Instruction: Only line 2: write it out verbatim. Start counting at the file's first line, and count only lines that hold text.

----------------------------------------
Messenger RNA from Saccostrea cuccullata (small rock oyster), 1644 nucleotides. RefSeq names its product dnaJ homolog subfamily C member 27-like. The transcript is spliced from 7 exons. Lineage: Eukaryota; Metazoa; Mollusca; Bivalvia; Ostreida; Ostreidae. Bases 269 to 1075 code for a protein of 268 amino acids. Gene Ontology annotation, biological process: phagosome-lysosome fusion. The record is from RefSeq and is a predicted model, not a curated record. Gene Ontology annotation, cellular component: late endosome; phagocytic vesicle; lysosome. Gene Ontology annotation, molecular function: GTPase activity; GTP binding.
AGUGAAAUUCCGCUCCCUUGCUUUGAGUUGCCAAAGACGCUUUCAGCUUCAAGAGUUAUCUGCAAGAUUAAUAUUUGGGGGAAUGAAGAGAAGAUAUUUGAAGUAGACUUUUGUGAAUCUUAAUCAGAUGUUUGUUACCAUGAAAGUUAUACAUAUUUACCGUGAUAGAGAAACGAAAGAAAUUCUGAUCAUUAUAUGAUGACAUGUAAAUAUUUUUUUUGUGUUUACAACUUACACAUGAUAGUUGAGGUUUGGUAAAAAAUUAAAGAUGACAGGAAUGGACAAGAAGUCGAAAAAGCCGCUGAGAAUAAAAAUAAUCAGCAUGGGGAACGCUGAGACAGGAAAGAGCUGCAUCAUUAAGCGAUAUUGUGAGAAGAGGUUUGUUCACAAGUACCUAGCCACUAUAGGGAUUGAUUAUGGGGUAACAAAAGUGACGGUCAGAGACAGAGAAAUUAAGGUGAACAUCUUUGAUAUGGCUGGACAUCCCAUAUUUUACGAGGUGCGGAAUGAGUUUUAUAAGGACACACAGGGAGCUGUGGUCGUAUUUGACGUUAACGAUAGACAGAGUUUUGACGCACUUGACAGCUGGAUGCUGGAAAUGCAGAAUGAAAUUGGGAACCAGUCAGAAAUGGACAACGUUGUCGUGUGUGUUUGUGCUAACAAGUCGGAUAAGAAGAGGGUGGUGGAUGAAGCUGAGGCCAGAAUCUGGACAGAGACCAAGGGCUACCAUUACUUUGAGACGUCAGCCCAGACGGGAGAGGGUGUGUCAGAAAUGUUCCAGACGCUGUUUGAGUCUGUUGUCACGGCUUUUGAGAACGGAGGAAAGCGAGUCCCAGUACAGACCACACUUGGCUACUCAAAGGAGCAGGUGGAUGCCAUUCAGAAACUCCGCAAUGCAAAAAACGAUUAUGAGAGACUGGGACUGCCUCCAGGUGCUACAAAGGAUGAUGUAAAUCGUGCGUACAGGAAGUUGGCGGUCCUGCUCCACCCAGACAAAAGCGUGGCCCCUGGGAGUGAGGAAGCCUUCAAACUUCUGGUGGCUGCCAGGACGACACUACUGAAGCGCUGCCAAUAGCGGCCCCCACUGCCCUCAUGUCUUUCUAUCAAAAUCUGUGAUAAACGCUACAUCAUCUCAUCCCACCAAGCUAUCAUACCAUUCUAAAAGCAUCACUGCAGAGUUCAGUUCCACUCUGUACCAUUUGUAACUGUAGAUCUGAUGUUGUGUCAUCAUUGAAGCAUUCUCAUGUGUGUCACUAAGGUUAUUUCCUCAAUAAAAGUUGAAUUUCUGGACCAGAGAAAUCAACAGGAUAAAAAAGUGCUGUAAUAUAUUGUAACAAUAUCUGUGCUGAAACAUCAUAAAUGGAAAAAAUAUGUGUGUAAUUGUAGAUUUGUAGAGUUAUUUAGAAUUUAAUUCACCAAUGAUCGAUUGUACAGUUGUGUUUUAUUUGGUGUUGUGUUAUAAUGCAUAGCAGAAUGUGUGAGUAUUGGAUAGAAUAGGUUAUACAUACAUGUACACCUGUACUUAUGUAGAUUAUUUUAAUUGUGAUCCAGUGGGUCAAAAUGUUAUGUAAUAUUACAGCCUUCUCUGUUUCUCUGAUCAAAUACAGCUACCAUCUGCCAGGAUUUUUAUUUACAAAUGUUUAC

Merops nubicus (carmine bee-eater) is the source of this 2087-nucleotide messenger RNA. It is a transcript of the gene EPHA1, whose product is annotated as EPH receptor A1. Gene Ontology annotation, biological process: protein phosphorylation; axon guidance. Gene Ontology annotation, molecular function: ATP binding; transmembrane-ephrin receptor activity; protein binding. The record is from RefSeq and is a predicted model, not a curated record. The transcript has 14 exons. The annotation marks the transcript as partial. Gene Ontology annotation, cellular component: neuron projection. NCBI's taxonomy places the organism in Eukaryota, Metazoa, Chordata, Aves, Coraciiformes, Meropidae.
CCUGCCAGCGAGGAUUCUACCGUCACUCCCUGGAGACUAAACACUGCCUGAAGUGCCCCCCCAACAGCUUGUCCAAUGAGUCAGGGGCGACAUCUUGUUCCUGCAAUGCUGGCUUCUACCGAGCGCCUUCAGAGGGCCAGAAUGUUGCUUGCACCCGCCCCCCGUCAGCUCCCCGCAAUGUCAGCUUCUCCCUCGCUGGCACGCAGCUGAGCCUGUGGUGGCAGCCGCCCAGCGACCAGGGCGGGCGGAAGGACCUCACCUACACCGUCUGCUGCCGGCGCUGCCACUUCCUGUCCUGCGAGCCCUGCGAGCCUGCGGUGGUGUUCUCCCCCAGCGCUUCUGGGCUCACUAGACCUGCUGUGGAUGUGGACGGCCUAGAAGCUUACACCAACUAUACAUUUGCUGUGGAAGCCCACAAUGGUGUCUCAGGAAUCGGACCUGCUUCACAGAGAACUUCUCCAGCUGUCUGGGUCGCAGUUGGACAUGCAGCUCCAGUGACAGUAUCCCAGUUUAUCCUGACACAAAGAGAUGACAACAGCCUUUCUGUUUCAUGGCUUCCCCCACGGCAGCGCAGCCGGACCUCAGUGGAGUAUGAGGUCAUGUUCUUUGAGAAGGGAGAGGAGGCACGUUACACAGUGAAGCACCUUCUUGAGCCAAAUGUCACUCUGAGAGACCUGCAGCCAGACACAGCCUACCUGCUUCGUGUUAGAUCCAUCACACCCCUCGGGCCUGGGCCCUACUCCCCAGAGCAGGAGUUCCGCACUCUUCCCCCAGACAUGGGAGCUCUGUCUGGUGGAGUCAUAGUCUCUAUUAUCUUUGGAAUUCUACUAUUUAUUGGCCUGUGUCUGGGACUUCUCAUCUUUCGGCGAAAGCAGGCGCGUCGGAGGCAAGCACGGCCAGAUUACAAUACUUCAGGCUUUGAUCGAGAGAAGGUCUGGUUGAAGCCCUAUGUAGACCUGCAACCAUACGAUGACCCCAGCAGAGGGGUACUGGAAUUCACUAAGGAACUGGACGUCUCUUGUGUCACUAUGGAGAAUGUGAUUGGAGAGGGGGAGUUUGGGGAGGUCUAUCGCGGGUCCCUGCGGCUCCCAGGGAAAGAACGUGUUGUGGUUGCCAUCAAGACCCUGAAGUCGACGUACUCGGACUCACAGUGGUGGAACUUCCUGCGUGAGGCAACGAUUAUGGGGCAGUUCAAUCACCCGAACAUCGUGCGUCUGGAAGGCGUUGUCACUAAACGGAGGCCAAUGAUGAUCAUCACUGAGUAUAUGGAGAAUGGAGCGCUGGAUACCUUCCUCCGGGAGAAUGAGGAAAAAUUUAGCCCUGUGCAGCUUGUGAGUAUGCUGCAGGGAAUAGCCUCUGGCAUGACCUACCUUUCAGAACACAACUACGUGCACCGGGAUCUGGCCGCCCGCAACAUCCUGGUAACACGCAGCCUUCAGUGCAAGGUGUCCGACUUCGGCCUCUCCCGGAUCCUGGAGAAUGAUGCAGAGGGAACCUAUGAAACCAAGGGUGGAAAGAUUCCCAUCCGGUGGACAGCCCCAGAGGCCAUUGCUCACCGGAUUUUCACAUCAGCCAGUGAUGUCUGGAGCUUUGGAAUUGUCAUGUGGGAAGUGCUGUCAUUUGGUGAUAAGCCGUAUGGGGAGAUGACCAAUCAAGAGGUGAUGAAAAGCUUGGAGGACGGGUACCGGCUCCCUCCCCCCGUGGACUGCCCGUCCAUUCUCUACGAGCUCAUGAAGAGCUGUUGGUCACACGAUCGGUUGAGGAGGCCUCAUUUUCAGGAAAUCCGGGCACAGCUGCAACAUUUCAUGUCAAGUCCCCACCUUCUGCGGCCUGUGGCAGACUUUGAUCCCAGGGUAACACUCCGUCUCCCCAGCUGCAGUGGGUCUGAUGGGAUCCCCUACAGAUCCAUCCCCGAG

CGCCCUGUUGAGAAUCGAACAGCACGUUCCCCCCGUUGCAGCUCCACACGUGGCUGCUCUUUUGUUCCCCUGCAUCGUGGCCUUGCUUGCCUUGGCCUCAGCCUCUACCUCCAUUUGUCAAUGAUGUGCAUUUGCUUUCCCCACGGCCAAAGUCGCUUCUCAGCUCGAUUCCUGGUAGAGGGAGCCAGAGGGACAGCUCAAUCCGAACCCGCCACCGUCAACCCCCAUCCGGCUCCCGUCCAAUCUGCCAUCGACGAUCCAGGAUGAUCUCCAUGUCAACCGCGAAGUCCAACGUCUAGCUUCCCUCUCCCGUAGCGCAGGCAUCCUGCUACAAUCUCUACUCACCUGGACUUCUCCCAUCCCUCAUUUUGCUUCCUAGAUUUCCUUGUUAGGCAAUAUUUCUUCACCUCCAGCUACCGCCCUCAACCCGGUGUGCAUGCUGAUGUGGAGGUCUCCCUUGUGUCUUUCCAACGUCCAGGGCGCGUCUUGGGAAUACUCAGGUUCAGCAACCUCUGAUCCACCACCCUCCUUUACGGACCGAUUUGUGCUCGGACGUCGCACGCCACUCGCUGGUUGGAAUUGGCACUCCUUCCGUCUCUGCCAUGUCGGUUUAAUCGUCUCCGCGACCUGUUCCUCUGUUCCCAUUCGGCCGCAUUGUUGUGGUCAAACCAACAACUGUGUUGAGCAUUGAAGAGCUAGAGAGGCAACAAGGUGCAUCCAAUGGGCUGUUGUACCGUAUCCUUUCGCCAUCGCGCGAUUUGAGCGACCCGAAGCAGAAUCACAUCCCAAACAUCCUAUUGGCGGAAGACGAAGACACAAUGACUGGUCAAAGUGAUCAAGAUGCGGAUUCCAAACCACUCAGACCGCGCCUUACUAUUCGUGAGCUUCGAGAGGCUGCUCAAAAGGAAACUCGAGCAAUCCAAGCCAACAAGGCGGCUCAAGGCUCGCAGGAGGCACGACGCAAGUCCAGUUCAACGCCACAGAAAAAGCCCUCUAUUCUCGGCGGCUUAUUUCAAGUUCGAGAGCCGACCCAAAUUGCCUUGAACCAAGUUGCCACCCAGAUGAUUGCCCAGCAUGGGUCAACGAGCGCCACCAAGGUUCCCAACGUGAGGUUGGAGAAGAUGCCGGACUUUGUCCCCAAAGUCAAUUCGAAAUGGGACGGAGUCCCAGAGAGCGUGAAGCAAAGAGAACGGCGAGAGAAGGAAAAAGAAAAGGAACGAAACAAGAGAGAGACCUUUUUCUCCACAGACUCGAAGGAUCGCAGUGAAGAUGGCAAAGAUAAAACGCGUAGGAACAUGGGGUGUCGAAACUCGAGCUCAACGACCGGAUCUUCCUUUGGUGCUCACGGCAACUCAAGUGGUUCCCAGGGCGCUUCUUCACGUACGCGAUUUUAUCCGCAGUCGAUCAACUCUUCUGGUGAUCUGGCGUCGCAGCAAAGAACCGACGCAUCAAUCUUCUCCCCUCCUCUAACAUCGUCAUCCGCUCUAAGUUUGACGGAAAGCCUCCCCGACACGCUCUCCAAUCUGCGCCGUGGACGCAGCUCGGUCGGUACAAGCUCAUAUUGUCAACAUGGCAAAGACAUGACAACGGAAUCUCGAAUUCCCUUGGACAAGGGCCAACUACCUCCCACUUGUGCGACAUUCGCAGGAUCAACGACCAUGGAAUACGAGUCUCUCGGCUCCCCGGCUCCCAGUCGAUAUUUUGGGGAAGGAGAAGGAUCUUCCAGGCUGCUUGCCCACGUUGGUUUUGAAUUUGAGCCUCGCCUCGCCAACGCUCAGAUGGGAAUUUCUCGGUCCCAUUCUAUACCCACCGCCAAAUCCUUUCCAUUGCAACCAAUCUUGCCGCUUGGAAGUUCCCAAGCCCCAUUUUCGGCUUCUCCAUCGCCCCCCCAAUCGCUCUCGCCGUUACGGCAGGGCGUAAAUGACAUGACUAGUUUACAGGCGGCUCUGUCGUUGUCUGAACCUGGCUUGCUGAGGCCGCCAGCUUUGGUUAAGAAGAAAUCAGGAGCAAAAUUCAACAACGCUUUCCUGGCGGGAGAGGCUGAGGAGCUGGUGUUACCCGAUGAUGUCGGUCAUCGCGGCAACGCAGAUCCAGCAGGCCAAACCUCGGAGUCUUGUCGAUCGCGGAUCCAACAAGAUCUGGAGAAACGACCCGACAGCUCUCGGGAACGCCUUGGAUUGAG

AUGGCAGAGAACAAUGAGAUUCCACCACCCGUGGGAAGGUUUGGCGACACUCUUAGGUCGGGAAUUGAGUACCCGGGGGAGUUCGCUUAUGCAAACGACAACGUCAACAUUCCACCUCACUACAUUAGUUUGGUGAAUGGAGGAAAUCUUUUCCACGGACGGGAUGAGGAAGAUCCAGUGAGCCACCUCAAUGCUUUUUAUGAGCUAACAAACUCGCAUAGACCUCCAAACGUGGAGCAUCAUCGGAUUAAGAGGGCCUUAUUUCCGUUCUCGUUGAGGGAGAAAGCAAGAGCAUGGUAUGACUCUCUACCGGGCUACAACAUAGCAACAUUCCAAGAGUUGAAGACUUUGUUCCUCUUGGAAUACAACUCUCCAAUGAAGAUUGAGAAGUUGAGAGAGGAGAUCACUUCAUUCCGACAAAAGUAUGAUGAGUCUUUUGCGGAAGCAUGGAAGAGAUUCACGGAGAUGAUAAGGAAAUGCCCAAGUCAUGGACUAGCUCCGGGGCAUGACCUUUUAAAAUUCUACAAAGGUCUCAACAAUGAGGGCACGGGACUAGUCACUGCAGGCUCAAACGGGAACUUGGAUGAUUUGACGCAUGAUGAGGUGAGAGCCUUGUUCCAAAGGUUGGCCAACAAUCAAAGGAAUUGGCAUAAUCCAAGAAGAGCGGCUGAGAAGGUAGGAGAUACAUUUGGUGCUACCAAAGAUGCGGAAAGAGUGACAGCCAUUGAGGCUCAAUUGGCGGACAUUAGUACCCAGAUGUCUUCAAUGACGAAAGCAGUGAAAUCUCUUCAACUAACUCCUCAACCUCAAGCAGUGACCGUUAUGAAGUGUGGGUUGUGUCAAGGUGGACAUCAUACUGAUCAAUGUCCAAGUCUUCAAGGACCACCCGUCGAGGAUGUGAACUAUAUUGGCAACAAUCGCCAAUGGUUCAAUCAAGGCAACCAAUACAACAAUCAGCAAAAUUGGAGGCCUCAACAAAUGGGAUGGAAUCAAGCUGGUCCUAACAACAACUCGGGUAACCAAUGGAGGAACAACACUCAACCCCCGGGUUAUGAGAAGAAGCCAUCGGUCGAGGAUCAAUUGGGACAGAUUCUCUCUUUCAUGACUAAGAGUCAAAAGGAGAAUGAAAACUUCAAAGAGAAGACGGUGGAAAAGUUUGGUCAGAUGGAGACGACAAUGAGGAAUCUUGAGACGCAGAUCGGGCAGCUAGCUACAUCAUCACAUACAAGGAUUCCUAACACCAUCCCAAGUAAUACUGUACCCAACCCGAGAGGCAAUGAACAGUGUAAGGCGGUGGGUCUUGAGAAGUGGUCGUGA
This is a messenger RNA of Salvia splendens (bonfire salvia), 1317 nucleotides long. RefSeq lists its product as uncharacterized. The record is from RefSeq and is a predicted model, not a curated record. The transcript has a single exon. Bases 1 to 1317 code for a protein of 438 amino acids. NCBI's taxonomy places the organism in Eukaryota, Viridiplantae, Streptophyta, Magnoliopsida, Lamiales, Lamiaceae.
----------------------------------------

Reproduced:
AGUGAAAUUCCGCUCCCUUGCUUUGAGUUGCCAAAGACGCUUUCAGCUUCAAGAGUUAUCUGCAAGAUUAAUAUUUGGGGGAAUGAAGAGAAGAUAUUUGAAGUAGACUUUUGUGAAUCUUAAUCAGAUGUUUGUUACCAUGAAAGUUAUACAUAUUUACCGUGAUAGAGAAACGAAAGAAAUUCUGAUCAUUAUAUGAUGACAUGUAAAUAUUUUUUUUGUGUUUACAACUUACACAUGAUAGUUGAGGUUUGGUAAAAAAUUAAAGAUGACAGGAAUGGACAAGAAGUCGAAAAAGCCGCUGAGAAUAAAAAUAAUCAGCAUGGGGAACGCUGAGACAGGAAAGAGCUGCAUCAUUAAGCGAUAUUGUGAGAAGAGGUUUGUUCACAAGUACCUAGCCACUAUAGGGAUUGAUUAUGGGGUAACAAAAGUGACGGUCAGAGACAGAGAAAUUAAGGUGAACAUCUUUGAUAUGGCUGGACAUCCCAUAUUUUACGAGGUGCGGAAUGAGUUUUAUAAGGACACACAGGGAGCUGUGGUCGUAUUUGACGUUAACGAUAGACAGAGUUUUGACGCACUUGACAGCUGGAUGCUGGAAAUGCAGAAUGAAAUUGGGAACCAGUCAGAAAUGGACAACGUUGUCGUGUGUGUUUGUGCUAACAAGUCGGAUAAGAAGAGGGUGGUGGAUGAAGCUGAGGCCAGAAUCUGGACAGAGACCAAGGGCUACCAUUACUUUGAGACGUCAGCCCAGACGGGAGAGGGUGUGUCAGAAAUGUUCCAGACGCUGUUUGAGUCUGUUGUCACGGCUUUUGAGAACGGAGGAAAGCGAGUCCCAGUACAGACCACACUUGGCUACUCAAAGGAGCAGGUGGAUGCCAUUCAGAAACUCCGCAAUGCAAAAAACGAUUAUGAGAGACUGGGACUGCCUCCAGGUGCUACAAAGGAUGAUGUAAAUCGUGCGUACAGGAAGUUGGCGGUCCUGCUCCACCCAGACAAAAGCGUGGCCCCUGGGAGUGAGGAAGCCUUCAAACUUCUGGUGGCUGCCAGGACGACACUACUGAAGCGCUGCCAAUAGCGGCCCCCACUGCCCUCAUGUCUUUCUAUCAAAAUCUGUGAUAAACGCUACAUCAUCUCAUCCCACCAAGCUAUCAUACCAUUCUAAAAGCAUCACUGCAGAGUUCAGUUCCACUCUGUACCAUUUGUAACUGUAGAUCUGAUGUUGUGUCAUCAUUGAAGCAUUCUCAUGUGUGUCACUAAGGUUAUUUCCUCAAUAAAAGUUGAAUUUCUGGACCAGAGAAAUCAACAGGAUAAAAAAGUGCUGUAAUAUAUUGUAACAAUAUCUGUGCUGAAACAUCAUAAAUGGAAAAAAUAUGUGUGUAAUUGUAGAUUUGUAGAGUUAUUUAGAAUUUAAUUCACCAAUGAUCGAUUGUACAGUUGUGUUUUAUUUGGUGUUGUGUUAUAAUGCAUAGCAGAAUGUGUGAGUAUUGGAUAGAAUAGGUUAUACAUACAUGUACACCUGUACUUAUGUAGAUUAUUUUAAUUGUGAUCCAGUGGGUCAAAAUGUUAUGUAAUAUUACAGCCUUCUCUGUUUCUCUGAUCAAAUACAGCUACCAUCUGCCAGGAUUUUUAUUUACAAAUGUUUAC